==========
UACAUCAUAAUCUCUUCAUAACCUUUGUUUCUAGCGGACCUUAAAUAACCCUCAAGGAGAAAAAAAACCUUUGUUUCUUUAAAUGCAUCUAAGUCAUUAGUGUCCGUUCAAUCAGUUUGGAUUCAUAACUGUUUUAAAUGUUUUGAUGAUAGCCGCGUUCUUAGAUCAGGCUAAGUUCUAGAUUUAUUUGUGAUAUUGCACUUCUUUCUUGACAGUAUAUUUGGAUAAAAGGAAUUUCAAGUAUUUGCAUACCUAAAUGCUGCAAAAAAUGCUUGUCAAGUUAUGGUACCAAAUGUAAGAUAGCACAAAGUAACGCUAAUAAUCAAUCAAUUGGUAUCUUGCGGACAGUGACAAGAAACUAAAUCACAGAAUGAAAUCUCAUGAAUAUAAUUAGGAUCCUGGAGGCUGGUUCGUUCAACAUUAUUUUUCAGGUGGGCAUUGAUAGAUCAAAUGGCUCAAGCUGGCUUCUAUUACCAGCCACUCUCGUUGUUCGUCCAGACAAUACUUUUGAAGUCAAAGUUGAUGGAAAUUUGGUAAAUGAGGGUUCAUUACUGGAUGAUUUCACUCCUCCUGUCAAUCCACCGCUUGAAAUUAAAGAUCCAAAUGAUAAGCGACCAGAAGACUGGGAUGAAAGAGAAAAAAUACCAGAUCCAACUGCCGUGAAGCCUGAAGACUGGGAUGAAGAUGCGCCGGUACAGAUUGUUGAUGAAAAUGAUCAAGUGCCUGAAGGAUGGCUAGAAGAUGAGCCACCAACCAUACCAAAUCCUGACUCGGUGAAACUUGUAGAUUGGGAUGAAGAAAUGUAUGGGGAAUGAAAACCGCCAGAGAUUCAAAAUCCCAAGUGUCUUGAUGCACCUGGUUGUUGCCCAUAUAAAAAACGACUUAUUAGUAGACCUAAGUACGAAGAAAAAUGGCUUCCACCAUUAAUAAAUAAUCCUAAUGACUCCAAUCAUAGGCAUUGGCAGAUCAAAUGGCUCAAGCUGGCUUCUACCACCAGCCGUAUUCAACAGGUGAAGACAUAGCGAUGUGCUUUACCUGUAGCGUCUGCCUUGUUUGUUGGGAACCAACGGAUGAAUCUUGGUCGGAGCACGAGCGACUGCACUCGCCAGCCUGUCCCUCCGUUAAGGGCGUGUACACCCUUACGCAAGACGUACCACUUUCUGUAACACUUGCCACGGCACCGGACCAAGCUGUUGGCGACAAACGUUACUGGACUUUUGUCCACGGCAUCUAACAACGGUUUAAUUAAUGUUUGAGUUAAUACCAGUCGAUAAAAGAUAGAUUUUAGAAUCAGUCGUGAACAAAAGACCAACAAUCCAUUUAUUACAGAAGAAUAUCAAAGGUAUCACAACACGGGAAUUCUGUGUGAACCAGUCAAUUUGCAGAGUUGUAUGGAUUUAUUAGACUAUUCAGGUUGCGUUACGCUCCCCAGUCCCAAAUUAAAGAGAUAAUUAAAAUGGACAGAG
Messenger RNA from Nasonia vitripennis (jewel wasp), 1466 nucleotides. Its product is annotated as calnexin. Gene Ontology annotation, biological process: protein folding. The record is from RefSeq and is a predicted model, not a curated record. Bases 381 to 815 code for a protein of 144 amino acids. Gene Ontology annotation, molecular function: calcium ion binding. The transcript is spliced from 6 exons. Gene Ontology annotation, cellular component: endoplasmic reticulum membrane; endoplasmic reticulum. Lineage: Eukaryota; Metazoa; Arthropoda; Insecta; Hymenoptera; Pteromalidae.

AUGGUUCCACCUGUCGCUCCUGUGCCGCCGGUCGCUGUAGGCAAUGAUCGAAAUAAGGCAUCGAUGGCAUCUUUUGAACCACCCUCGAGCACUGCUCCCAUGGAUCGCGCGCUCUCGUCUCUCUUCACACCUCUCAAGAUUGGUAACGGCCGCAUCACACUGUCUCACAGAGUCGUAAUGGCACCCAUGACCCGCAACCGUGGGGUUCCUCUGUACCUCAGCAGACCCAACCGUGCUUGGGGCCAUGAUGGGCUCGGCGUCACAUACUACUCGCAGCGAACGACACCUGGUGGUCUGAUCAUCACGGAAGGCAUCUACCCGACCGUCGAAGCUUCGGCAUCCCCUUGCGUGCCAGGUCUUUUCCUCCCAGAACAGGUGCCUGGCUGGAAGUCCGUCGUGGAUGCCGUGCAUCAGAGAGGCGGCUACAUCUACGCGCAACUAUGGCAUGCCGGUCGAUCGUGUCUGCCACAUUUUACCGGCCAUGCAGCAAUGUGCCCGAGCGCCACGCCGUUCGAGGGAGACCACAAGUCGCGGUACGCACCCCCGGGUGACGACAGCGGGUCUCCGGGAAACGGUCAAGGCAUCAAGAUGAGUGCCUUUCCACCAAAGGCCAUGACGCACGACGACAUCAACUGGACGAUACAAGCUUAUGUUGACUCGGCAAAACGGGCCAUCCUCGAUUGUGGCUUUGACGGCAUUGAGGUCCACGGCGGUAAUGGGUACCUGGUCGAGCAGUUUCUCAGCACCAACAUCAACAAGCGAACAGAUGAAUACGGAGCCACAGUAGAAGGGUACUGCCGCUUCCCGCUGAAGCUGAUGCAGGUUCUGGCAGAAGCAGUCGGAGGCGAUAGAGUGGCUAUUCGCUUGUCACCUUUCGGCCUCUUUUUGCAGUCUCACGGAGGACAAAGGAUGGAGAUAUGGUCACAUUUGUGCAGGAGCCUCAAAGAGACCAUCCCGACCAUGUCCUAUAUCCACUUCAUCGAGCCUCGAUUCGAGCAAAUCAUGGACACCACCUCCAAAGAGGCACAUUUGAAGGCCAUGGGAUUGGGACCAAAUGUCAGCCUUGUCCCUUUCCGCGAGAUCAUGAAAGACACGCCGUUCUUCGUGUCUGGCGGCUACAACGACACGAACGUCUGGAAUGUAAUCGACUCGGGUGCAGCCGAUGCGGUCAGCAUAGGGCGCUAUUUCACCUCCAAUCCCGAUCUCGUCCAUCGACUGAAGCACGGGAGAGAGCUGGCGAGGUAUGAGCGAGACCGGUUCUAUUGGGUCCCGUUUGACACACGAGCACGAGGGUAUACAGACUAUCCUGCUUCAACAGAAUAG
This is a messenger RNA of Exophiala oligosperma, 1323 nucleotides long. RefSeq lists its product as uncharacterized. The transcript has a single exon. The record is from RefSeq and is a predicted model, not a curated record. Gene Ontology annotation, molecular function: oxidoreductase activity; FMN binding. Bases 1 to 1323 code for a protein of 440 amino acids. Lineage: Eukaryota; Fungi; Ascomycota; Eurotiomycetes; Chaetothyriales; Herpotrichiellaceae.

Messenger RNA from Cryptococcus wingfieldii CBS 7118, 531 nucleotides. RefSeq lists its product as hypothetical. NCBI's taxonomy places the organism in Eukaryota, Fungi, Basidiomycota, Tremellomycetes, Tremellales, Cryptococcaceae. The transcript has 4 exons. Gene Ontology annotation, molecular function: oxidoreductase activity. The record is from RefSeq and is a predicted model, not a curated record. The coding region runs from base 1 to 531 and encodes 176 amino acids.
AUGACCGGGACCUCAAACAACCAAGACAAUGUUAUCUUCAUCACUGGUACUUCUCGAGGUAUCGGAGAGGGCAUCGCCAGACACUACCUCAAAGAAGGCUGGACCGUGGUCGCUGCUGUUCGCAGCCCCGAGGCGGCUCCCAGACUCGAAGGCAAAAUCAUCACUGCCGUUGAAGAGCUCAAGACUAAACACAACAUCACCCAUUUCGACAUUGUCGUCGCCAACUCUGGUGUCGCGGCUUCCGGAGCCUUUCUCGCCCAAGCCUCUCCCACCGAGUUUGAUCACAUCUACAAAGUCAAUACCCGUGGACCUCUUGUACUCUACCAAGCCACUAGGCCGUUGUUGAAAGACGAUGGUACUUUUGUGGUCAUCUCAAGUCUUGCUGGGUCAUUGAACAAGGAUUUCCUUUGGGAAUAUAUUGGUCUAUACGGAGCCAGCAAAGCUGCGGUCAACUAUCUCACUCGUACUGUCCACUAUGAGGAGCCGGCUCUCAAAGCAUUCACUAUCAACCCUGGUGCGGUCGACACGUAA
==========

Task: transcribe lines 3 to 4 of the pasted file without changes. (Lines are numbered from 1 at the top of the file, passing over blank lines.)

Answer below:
AUGGUUCCACCUGUCGCUCCUGUGCCGCCGGUCGCUGUAGGCAAUGAUCGAAAUAAGGCAUCGAUGGCAUCUUUUGAACCACCCUCGAGCACUGCUCCCAUGGAUCGCGCGCUCUCGUCUCUCUUCACACCUCUCAAGAUUGGUAACGGCCGCAUCACACUGUCUCACAGAGUCGUAAUGGCACCCAUGACCCGCAACCGUGGGGUUCCUCUGUACCUCAGCAGACCCAACCGUGCUUGGGGCCAUGAUGGGCUCGGCGUCACAUACUACUCGCAGCGAACGACACCUGGUGGUCUGAUCAUCACGGAAGGCAUCUACCCGACCGUCGAAGCUUCGGCAUCCCCUUGCGUGCCAGGUCUUUUCCUCCCAGAACAGGUGCCUGGCUGGAAGUCCGUCGUGGAUGCCGUGCAUCAGAGAGGCGGCUACAUCUACGCGCAACUAUGGCAUGCCGGUCGAUCGUGUCUGCCACAUUUUACCGGCCAUGCAGCAAUGUGCCCGAGCGCCACGCCGUUCGAGGGAGACCACAAGUCGCGGUACGCACCCCCGGGUGACGACAGCGGGUCUCCGGGAAACGGUCAAGGCAUCAAGAUGAGUGCCUUUCCACCAAAGGCCAUGACGCACGACGACAUCAACUGGACGAUACAAGCUUAUGUUGACUCGGCAAAACGGGCCAUCCUCGAUUGUGGCUUUGACGGCAUUGAGGUCCACGGCGGUAAUGGGUACCUGGUCGAGCAGUUUCUCAGCACCAACAUCAACAAGCGAACAGAUGAAUACGGAGCCACAGUAGAAGGGUACUGCCGCUUCCCGCUGAAGCUGAUGCAGGUUCUGGCAGAAGCAGUCGGAGGCGAUAGAGUGGCUAUUCGCUUGUCACCUUUCGGCCUCUUUUUGCAGUCUCACGGAGGACAAAGGAUGGAGAUAUGGUCACAUUUGUGCAGGAGCCUCAAAGAGACCAUCCCGACCAUGUCCUAUAUCCACUUCAUCGAGCCUCGAUUCGAGCAAAUCAUGGACACCACCUCCAAAGAGGCACAUUUGAAGGCCAUGGGAUUGGGACCAAAUGUCAGCCUUGUCCCUUUCCGCGAGAUCAUGAAAGACACGCCGUUCUUCGUGUCUGGCGGCUACAACGACACGAACGUCUGGAAUGUAAUCGACUCGGGUGCAGCCGAUGCGGUCAGCAUAGGGCGCUAUUUCACCUCCAAUCCCGAUCUCGUCCAUCGACUGAAGCACGGGAGAGAGCUGGCGAGGUAUGAGCGAGACCGGUUCUAUUGGGUCCCGUUUGACACACGAGCACGAGGGUAUACAGACUAUCCUGCUUCAACAGAAUAG
This is a messenger RNA of Exophiala oligosperma, 1323 nucleotides long. RefSeq lists its product as uncharacterized. The transcript has a single exon. The record is from RefSeq and is a predicted model, not a curated record. Gene Ontology annotation, molecular function: oxidoreductase activity; FMN binding. Bases 1 to 1323 code for a protein of 440 amino acids. Lineage: Eukaryota; Fungi; Ascomycota; Eurotiomycetes; Chaetothyriales; Herpotrichiellaceae.